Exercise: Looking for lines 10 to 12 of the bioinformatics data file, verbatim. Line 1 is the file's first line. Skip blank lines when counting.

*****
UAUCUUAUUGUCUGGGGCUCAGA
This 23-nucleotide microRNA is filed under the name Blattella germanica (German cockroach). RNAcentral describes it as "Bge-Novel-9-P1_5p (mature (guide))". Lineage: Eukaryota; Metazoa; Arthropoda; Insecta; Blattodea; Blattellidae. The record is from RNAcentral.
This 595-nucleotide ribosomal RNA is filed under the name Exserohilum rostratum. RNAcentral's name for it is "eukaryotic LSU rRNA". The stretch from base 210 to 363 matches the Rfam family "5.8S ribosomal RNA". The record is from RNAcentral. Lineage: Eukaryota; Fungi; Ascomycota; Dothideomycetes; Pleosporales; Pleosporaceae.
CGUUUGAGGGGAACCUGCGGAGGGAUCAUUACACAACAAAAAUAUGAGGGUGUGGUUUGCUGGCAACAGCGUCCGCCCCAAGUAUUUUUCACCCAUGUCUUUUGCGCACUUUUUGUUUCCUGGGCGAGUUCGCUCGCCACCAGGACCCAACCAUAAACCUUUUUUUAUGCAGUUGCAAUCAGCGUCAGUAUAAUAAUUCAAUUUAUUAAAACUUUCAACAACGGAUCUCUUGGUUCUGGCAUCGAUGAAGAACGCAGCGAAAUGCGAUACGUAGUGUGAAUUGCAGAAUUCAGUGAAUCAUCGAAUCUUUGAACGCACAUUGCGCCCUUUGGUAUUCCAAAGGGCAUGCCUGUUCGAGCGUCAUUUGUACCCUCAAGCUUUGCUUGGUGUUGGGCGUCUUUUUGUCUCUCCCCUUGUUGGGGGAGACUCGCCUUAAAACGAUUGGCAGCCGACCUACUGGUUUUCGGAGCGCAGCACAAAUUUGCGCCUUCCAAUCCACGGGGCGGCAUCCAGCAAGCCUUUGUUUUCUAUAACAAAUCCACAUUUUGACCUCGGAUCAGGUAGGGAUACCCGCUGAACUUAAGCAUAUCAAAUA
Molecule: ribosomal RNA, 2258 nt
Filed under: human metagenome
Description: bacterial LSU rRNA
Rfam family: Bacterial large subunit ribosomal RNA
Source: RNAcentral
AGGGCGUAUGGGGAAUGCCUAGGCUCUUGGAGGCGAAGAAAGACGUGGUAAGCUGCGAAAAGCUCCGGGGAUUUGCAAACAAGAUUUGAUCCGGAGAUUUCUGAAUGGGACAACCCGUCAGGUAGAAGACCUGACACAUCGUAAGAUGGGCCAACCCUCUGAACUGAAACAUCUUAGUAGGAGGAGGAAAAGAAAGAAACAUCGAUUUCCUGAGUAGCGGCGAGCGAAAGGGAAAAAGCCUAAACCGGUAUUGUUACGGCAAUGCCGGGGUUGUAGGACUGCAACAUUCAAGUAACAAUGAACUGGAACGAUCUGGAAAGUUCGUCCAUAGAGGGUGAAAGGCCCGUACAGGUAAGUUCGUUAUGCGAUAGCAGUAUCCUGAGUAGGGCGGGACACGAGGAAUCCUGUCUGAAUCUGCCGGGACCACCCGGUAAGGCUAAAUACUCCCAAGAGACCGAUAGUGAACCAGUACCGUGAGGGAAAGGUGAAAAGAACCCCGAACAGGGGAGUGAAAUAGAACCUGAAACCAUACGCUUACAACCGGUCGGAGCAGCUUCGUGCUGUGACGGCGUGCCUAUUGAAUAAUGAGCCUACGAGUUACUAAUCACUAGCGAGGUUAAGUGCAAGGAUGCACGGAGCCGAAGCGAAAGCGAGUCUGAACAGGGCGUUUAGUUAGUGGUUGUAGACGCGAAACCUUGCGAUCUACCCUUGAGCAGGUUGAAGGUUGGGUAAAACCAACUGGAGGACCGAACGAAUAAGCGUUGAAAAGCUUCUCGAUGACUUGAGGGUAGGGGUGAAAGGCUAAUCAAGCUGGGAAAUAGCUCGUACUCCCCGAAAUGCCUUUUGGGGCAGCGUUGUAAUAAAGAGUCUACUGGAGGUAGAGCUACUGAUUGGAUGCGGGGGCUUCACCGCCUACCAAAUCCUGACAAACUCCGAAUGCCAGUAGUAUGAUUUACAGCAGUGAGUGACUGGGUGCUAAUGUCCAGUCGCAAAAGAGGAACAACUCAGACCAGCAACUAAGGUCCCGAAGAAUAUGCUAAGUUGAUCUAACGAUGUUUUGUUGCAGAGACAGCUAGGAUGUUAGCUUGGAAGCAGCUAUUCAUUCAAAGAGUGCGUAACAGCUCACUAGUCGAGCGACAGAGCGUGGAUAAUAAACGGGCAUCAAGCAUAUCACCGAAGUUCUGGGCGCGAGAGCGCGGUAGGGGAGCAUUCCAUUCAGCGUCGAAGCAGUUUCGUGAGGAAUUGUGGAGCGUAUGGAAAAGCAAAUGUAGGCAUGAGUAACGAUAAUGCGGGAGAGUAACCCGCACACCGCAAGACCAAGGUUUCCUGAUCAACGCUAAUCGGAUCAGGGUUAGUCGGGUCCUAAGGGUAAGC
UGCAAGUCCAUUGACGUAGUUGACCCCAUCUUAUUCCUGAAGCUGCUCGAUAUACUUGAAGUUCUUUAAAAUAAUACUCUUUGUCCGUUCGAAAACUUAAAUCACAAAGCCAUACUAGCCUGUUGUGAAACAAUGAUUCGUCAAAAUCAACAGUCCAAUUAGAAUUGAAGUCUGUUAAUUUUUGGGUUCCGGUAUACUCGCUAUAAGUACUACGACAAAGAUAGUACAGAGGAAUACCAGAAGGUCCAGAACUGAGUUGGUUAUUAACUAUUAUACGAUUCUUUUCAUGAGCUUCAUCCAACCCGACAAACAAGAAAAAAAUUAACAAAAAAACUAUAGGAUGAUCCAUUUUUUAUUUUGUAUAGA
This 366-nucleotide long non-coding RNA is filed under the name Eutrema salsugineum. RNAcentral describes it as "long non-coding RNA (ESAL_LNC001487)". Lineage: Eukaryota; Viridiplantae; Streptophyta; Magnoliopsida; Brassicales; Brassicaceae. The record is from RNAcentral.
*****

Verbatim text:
AGGGCGUAUGGGGAAUGCCUAGGCUCUUGGAGGCGAAGAAAGACGUGGUAAGCUGCGAAAAGCUCCGGGGAUUUGCAAACAAGAUUUGAUCCGGAGAUUUCUGAAUGGGACAACCCGUCAGGUAGAAGACCUGACACAUCGUAAGAUGGGCCAACCCUCUGAACUGAAACAUCUUAGUAGGAGGAGGAAAAGAAAGAAACAUCGAUUUCCUGAGUAGCGGCGAGCGAAAGGGAAAAAGCCUAAACCGGUAUUGUUACGGCAAUGCCGGGGUUGUAGGACUGCAACAUUCAAGUAACAAUGAACUGGAACGAUCUGGAAAGUUCGUCCAUAGAGGGUGAAAGGCCCGUACAGGUAAGUUCGUUAUGCGAUAGCAGUAUCCUGAGUAGGGCGGGACACGAGGAAUCCUGUCUGAAUCUGCCGGGACCACCCGGUAAGGCUAAAUACUCCCAAGAGACCGAUAGUGAACCAGUACCGUGAGGGAAAGGUGAAAAGAACCCCGAACAGGGGAGUGAAAUAGAACCUGAAACCAUACGCUUACAACCGGUCGGAGCAGCUUCGUGCUGUGACGGCGUGCCUAUUGAAUAAUGAGCCUACGAGUUACUAAUCACUAGCGAGGUUAAGUGCAAGGAUGCACGGAGCCGAAGCGAAAGCGAGUCUGAACAGGGCGUUUAGUUAGUGGUUGUAGACGCGAAACCUUGCGAUCUACCCUUGAGCAGGUUGAAGGUUGGGUAAAACCAACUGGAGGACCGAACGAAUAAGCGUUGAAAAGCUUCUCGAUGACUUGAGGGUAGGGGUGAAAGGCUAAUCAAGCUGGGAAAUAGCUCGUACUCCCCGAAAUGCCUUUUGGGGCAGCGUUGUAAUAAAGAGUCUACUGGAGGUAGAGCUACUGAUUGGAUGCGGGGGCUUCACCGCCUACCAAAUCCUGACAAACUCCGAAUGCCAGUAGUAUGAUUUACAGCAGUGAGUGACUGGGUGCUAAUGUCCAGUCGCAAAAGAGGAACAACUCAGACCAGCAACUAAGGUCCCGAAGAAUAUGCUAAGUUGAUCUAACGAUGUUUUGUUGCAGAGACAGCUAGGAUGUUAGCUUGGAAGCAGCUAUUCAUUCAAAGAGUGCGUAACAGCUCACUAGUCGAGCGACAGAGCGUGGAUAAUAAACGGGCAUCAAGCAUAUCACCGAAGUUCUGGGCGCGAGAGCGCGGUAGGGGAGCAUUCCAUUCAGCGUCGAAGCAGUUUCGUGAGGAAUUGUGGAGCGUAUGGAAAAGCAAAUGUAGGCAUGAGUAACGAUAAUGCGGGAGAGUAACCCGCACACCGCAAGACCAAGGUUUCCUGAUCAACGCUAAUCGGAUCAGGGUUAGUCGGGUCCUAAGGGUAAGC
UGCAAGUCCAUUGACGUAGUUGACCCCAUCUUAUUCCUGAAGCUGCUCGAUAUACUUGAAGUUCUUUAAAAUAAUACUCUUUGUCCGUUCGAAAACUUAAAUCACAAAGCCAUACUAGCCUGUUGUGAAACAAUGAUUCGUCAAAAUCAACAGUCCAAUUAGAAUUGAAGUCUGUUAAUUUUUGGGUUCCGGUAUACUCGCUAUAAGUACUACGACAAAGAUAGUACAGAGGAAUACCAGAAGGUCCAGAACUGAGUUGGUUAUUAACUAUUAUACGAUUCUUUUCAUGAGCUUCAUCCAACCCGACAAACAAGAAAAAAAUUAACAAAAAAACUAUAGGAUGAUCCAUUUUUUAUUUUGUAUAGA
This 366-nucleotide long non-coding RNA is filed under the name Eutrema salsugineum. RNAcentral describes it as "long non-coding RNA (ESAL_LNC001487)". Lineage: Eukaryota; Viridiplantae; Streptophyta; Magnoliopsida; Brassicales; Brassicaceae. The record is from RNAcentral.